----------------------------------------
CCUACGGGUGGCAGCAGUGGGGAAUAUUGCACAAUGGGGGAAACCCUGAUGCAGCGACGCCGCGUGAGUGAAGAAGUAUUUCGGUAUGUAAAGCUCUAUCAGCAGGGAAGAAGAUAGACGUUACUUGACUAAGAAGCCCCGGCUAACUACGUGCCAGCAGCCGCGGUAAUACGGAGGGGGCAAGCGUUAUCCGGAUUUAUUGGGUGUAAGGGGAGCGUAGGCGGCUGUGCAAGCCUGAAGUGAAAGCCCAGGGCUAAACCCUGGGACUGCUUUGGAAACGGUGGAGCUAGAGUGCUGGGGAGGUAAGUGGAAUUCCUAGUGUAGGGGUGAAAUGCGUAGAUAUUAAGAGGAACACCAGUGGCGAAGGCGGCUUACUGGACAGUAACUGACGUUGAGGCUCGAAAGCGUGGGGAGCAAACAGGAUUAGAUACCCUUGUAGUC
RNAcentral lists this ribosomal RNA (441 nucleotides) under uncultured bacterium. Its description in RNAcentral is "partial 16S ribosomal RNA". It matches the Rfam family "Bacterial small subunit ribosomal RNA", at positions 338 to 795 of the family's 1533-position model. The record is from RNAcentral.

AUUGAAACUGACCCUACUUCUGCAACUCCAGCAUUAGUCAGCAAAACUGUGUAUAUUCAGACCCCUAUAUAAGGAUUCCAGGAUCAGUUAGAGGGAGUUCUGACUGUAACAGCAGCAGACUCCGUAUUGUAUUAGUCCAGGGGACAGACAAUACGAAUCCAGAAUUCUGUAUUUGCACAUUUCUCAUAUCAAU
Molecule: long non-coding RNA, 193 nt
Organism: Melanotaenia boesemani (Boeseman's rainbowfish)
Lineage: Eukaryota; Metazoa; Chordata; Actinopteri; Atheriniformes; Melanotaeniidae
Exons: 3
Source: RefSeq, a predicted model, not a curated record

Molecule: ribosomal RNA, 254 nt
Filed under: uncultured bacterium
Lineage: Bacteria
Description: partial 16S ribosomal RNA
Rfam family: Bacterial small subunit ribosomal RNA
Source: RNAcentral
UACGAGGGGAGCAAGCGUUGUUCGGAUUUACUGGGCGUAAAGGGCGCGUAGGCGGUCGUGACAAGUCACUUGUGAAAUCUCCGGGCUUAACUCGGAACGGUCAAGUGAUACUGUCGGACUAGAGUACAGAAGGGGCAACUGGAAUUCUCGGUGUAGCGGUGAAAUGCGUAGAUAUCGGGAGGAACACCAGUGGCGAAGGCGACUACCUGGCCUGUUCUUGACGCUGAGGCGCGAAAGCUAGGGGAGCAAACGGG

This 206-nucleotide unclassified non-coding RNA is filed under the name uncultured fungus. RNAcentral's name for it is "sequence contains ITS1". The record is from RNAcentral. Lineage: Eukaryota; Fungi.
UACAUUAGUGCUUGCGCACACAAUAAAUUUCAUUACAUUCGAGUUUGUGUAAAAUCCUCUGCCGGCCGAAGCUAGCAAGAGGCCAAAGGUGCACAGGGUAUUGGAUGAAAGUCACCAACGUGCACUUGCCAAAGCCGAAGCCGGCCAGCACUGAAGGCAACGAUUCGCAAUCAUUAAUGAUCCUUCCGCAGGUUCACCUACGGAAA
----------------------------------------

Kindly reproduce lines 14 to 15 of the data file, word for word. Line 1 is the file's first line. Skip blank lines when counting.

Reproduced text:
Source: RNAcentral
UACGAGGGGAGCAAGCGUUGUUCGGAUUUACUGGGCGUAAAGGGCGCGUAGGCGGUCGUGACAAGUCACUUGUGAAAUCUCCGGGCUUAACUCGGAACGGUCAAGUGAUACUGUCGGACUAGAGUACAGAAGGGGCAACUGGAAUUCUCGGUGUAGCGGUGAAAUGCGUAGAUAUCGGGAGGAACACCAGUGGCGAAGGCGACUACCUGGCCUGUUCUUGACGCUGAGGCGCGAAAGCUAGGGGAGCAAACGGG